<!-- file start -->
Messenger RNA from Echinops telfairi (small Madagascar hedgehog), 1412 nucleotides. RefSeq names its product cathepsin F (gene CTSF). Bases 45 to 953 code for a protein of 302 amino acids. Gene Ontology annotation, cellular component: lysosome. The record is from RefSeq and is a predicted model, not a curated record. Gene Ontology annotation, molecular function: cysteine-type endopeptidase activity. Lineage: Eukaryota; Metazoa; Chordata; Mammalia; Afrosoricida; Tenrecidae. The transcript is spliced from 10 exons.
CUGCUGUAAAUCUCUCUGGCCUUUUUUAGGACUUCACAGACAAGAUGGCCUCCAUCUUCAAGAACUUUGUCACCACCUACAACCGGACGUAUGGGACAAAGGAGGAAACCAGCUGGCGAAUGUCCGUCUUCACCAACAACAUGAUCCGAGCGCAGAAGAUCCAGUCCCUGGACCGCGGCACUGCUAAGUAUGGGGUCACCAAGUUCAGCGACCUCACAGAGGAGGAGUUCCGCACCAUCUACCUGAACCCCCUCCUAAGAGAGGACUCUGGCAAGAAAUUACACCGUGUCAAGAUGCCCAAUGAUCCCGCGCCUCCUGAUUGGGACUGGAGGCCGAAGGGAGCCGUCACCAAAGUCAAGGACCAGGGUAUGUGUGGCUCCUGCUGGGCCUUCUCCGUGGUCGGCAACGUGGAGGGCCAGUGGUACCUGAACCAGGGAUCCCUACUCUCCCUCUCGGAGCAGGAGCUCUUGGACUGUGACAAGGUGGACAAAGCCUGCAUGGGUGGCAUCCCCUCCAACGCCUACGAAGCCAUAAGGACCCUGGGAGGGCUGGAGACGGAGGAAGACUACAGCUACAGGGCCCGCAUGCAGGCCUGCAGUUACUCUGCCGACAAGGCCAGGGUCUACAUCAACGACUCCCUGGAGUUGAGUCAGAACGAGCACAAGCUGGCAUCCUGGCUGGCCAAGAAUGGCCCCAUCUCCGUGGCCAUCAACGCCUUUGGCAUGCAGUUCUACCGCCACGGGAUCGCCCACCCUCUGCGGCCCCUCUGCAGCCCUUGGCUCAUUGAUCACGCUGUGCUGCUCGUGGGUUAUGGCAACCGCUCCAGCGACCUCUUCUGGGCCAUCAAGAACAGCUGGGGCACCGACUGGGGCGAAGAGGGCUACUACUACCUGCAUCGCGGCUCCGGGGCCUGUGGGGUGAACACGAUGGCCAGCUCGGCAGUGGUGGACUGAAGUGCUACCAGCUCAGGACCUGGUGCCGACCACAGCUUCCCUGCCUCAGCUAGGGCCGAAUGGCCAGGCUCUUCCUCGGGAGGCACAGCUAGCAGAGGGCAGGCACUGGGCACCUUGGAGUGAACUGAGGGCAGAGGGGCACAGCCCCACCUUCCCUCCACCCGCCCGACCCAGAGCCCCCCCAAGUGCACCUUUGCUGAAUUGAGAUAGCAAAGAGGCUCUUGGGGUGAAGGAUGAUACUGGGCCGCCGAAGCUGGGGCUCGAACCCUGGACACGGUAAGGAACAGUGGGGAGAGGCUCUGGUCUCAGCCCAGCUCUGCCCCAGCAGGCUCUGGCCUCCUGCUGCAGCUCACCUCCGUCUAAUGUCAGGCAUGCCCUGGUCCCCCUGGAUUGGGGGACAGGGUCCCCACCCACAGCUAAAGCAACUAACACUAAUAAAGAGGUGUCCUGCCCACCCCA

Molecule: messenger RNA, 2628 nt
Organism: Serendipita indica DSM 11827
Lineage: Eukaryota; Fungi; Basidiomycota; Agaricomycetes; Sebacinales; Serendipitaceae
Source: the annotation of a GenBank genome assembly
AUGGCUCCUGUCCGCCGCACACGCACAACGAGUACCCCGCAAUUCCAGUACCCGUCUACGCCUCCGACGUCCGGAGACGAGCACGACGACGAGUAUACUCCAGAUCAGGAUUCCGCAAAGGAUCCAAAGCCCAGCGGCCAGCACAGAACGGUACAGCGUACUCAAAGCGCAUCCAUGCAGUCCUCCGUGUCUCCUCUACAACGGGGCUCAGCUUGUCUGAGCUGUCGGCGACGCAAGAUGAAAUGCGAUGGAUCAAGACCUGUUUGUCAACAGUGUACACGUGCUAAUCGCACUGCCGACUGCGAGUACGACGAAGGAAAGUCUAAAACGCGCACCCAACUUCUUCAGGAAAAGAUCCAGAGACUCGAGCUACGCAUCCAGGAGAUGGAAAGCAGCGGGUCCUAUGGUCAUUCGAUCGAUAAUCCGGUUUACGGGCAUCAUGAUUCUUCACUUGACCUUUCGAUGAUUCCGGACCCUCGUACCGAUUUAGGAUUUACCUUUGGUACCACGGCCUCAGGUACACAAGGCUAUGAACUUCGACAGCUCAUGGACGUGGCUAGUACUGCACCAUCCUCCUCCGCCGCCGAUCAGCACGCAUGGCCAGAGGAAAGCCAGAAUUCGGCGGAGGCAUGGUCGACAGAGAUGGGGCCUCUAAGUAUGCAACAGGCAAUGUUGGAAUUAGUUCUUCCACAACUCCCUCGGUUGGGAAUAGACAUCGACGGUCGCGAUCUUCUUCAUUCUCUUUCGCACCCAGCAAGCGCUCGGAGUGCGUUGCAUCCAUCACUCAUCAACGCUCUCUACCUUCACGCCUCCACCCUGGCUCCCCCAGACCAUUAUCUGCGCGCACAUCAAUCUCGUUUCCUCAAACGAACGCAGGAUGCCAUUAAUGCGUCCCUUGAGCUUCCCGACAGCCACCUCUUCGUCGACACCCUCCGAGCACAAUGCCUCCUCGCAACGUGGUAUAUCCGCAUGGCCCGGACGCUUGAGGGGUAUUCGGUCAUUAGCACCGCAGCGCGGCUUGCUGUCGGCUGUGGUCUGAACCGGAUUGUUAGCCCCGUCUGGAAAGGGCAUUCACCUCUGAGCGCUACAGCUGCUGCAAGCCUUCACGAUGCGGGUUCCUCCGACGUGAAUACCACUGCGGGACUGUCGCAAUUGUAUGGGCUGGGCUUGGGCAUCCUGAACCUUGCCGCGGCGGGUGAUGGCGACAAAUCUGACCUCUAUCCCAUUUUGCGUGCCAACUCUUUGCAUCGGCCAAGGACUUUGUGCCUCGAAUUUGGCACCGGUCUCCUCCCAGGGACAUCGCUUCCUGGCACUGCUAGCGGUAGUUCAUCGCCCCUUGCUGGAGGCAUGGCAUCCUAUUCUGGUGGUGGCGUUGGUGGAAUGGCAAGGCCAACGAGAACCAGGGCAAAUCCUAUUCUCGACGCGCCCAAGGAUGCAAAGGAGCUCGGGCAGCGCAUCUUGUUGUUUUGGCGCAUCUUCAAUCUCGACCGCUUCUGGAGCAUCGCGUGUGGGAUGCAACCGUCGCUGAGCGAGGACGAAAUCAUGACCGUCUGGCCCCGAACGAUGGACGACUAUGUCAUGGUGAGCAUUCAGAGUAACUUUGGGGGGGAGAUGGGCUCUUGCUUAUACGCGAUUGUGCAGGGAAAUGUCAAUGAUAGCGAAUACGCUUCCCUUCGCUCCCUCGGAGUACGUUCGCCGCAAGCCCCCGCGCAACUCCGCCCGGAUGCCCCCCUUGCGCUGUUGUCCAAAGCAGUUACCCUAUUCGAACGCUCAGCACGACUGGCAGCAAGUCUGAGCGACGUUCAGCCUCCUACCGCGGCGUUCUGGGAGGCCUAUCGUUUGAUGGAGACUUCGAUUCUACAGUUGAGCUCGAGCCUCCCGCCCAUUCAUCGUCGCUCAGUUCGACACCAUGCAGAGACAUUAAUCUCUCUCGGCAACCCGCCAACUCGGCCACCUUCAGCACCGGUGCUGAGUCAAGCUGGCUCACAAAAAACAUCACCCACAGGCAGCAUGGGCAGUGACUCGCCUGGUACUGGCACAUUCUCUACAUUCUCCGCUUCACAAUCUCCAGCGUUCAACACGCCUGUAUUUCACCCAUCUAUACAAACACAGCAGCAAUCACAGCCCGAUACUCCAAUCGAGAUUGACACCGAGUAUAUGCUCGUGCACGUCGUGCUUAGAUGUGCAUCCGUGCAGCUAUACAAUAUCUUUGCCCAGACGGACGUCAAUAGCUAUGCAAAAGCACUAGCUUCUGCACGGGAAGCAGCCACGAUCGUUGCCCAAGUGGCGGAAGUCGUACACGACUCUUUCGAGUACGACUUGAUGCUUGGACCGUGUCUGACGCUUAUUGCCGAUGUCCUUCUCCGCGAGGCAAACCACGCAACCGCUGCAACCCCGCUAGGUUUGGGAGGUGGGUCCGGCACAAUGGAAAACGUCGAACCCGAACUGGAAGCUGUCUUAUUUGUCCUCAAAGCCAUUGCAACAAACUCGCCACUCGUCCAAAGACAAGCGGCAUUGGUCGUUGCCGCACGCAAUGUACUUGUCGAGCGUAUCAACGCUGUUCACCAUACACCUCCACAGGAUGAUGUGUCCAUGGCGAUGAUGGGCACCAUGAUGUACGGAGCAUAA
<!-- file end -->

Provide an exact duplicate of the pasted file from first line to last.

Messenger RNA from Echinops telfairi (small Madagascar hedgehog), 1412 nucleotides. RefSeq names its product cathepsin F (gene CTSF). Bases 45 to 953 code for a protein of 302 amino acids. Gene Ontology annotation, cellular component: lysosome. The record is from RefSeq and is a predicted model, not a curated record. Gene Ontology annotation, molecular function: cysteine-type endopeptidase activity. Lineage: Eukaryota; Metazoa; Chordata; Mammalia; Afrosoricida; Tenrecidae. The transcript is spliced from 10 exons.
CUGCUGUAAAUCUCUCUGGCCUUUUUUAGGACUUCACAGACAAGAUGGCCUCCAUCUUCAAGAACUUUGUCACCACCUACAACCGGACGUAUGGGACAAAGGAGGAAACCAGCUGGCGAAUGUCCGUCUUCACCAACAACAUGAUCCGAGCGCAGAAGAUCCAGUCCCUGGACCGCGGCACUGCUAAGUAUGGGGUCACCAAGUUCAGCGACCUCACAGAGGAGGAGUUCCGCACCAUCUACCUGAACCCCCUCCUAAGAGAGGACUCUGGCAAGAAAUUACACCGUGUCAAGAUGCCCAAUGAUCCCGCGCCUCCUGAUUGGGACUGGAGGCCGAAGGGAGCCGUCACCAAAGUCAAGGACCAGGGUAUGUGUGGCUCCUGCUGGGCCUUCUCCGUGGUCGGCAACGUGGAGGGCCAGUGGUACCUGAACCAGGGAUCCCUACUCUCCCUCUCGGAGCAGGAGCUCUUGGACUGUGACAAGGUGGACAAAGCCUGCAUGGGUGGCAUCCCCUCCAACGCCUACGAAGCCAUAAGGACCCUGGGAGGGCUGGAGACGGAGGAAGACUACAGCUACAGGGCCCGCAUGCAGGCCUGCAGUUACUCUGCCGACAAGGCCAGGGUCUACAUCAACGACUCCCUGGAGUUGAGUCAGAACGAGCACAAGCUGGCAUCCUGGCUGGCCAAGAAUGGCCCCAUCUCCGUGGCCAUCAACGCCUUUGGCAUGCAGUUCUACCGCCACGGGAUCGCCCACCCUCUGCGGCCCCUCUGCAGCCCUUGGCUCAUUGAUCACGCUGUGCUGCUCGUGGGUUAUGGCAACCGCUCCAGCGACCUCUUCUGGGCCAUCAAGAACAGCUGGGGCACCGACUGGGGCGAAGAGGGCUACUACUACCUGCAUCGCGGCUCCGGGGCCUGUGGGGUGAACACGAUGGCCAGCUCGGCAGUGGUGGACUGAAGUGCUACCAGCUCAGGACCUGGUGCCGACCACAGCUUCCCUGCCUCAGCUAGGGCCGAAUGGCCAGGCUCUUCCUCGGGAGGCACAGCUAGCAGAGGGCAGGCACUGGGCACCUUGGAGUGAACUGAGGGCAGAGGGGCACAGCCCCACCUUCCCUCCACCCGCCCGACCCAGAGCCCCCCCAAGUGCACCUUUGCUGAAUUGAGAUAGCAAAGAGGCUCUUGGGGUGAAGGAUGAUACUGGGCCGCCGAAGCUGGGGCUCGAACCCUGGACACGGUAAGGAACAGUGGGGAGAGGCUCUGGUCUCAGCCCAGCUCUGCCCCAGCAGGCUCUGGCCUCCUGCUGCAGCUCACCUCCGUCUAAUGUCAGGCAUGCCCUGGUCCCCCUGGAUUGGGGGACAGGGUCCCCACCCACAGCUAAAGCAACUAACACUAAUAAAGAGGUGUCCUGCCCACCCCA

Molecule: messenger RNA, 2628 nt
Organism: Serendipita indica DSM 11827
Lineage: Eukaryota; Fungi; Basidiomycota; Agaricomycetes; Sebacinales; Serendipitaceae
Source: the annotation of a GenBank genome assembly
AUGGCUCCUGUCCGCCGCACACGCACAACGAGUACCCCGCAAUUCCAGUACCCGUCUACGCCUCCGACGUCCGGAGACGAGCACGACGACGAGUAUACUCCAGAUCAGGAUUCCGCAAAGGAUCCAAAGCCCAGCGGCCAGCACAGAACGGUACAGCGUACUCAAAGCGCAUCCAUGCAGUCCUCCGUGUCUCCUCUACAACGGGGCUCAGCUUGUCUGAGCUGUCGGCGACGCAAGAUGAAAUGCGAUGGAUCAAGACCUGUUUGUCAACAGUGUACACGUGCUAAUCGCACUGCCGACUGCGAGUACGACGAAGGAAAGUCUAAAACGCGCACCCAACUUCUUCAGGAAAAGAUCCAGAGACUCGAGCUACGCAUCCAGGAGAUGGAAAGCAGCGGGUCCUAUGGUCAUUCGAUCGAUAAUCCGGUUUACGGGCAUCAUGAUUCUUCACUUGACCUUUCGAUGAUUCCGGACCCUCGUACCGAUUUAGGAUUUACCUUUGGUACCACGGCCUCAGGUACACAAGGCUAUGAACUUCGACAGCUCAUGGACGUGGCUAGUACUGCACCAUCCUCCUCCGCCGCCGAUCAGCACGCAUGGCCAGAGGAAAGCCAGAAUUCGGCGGAGGCAUGGUCGACAGAGAUGGGGCCUCUAAGUAUGCAACAGGCAAUGUUGGAAUUAGUUCUUCCACAACUCCCUCGGUUGGGAAUAGACAUCGACGGUCGCGAUCUUCUUCAUUCUCUUUCGCACCCAGCAAGCGCUCGGAGUGCGUUGCAUCCAUCACUCAUCAACGCUCUCUACCUUCACGCCUCCACCCUGGCUCCCCCAGACCAUUAUCUGCGCGCACAUCAAUCUCGUUUCCUCAAACGAACGCAGGAUGCCAUUAAUGCGUCCCUUGAGCUUCCCGACAGCCACCUCUUCGUCGACACCCUCCGAGCACAAUGCCUCCUCGCAACGUGGUAUAUCCGCAUGGCCCGGACGCUUGAGGGGUAUUCGGUCAUUAGCACCGCAGCGCGGCUUGCUGUCGGCUGUGGUCUGAACCGGAUUGUUAGCCCCGUCUGGAAAGGGCAUUCACCUCUGAGCGCUACAGCUGCUGCAAGCCUUCACGAUGCGGGUUCCUCCGACGUGAAUACCACUGCGGGACUGUCGCAAUUGUAUGGGCUGGGCUUGGGCAUCCUGAACCUUGCCGCGGCGGGUGAUGGCGACAAAUCUGACCUCUAUCCCAUUUUGCGUGCCAACUCUUUGCAUCGGCCAAGGACUUUGUGCCUCGAAUUUGGCACCGGUCUCCUCCCAGGGACAUCGCUUCCUGGCACUGCUAGCGGUAGUUCAUCGCCCCUUGCUGGAGGCAUGGCAUCCUAUUCUGGUGGUGGCGUUGGUGGAAUGGCAAGGCCAACGAGAACCAGGGCAAAUCCUAUUCUCGACGCGCCCAAGGAUGCAAAGGAGCUCGGGCAGCGCAUCUUGUUGUUUUGGCGCAUCUUCAAUCUCGACCGCUUCUGGAGCAUCGCGUGUGGGAUGCAACCGUCGCUGAGCGAGGACGAAAUCAUGACCGUCUGGCCCCGAACGAUGGACGACUAUGUCAUGGUGAGCAUUCAGAGUAACUUUGGGGGGGAGAUGGGCUCUUGCUUAUACGCGAUUGUGCAGGGAAAUGUCAAUGAUAGCGAAUACGCUUCCCUUCGCUCCCUCGGAGUACGUUCGCCGCAAGCCCCCGCGCAACUCCGCCCGGAUGCCCCCCUUGCGCUGUUGUCCAAAGCAGUUACCCUAUUCGAACGCUCAGCACGACUGGCAGCAAGUCUGAGCGACGUUCAGCCUCCUACCGCGGCGUUCUGGGAGGCCUAUCGUUUGAUGGAGACUUCGAUUCUACAGUUGAGCUCGAGCCUCCCGCCCAUUCAUCGUCGCUCAGUUCGACACCAUGCAGAGACAUUAAUCUCUCUCGGCAACCCGCCAACUCGGCCACCUUCAGCACCGGUGCUGAGUCAAGCUGGCUCACAAAAAACAUCACCCACAGGCAGCAUGGGCAGUGACUCGCCUGGUACUGGCACAUUCUCUACAUUCUCCGCUUCACAAUCUCCAGCGUUCAACACGCCUGUAUUUCACCCAUCUAUACAAACACAGCAGCAAUCACAGCCCGAUACUCCAAUCGAGAUUGACACCGAGUAUAUGCUCGUGCACGUCGUGCUUAGAUGUGCAUCCGUGCAGCUAUACAAUAUCUUUGCCCAGACGGACGUCAAUAGCUAUGCAAAAGCACUAGCUUCUGCACGGGAAGCAGCCACGAUCGUUGCCCAAGUGGCGGAAGUCGUACACGACUCUUUCGAGUACGACUUGAUGCUUGGACCGUGUCUGACGCUUAUUGCCGAUGUCCUUCUCCGCGAGGCAAACCACGCAACCGCUGCAACCCCGCUAGGUUUGGGAGGUGGGUCCGGCACAAUGGAAAACGUCGAACCCGAACUGGAAGCUGUCUUAUUUGUCCUCAAAGCCAUUGCAACAAACUCGCCACUCGUCCAAAGACAAGCGGCAUUGGUCGUUGCCGCACGCAAUGUACUUGUCGAGCGUAUCAACGCUGUUCACCAUACACCUCCACAGGAUGAUGUGUCCAUGGCGAUGAUGGGCACCAUGAUGUACGGAGCAUAA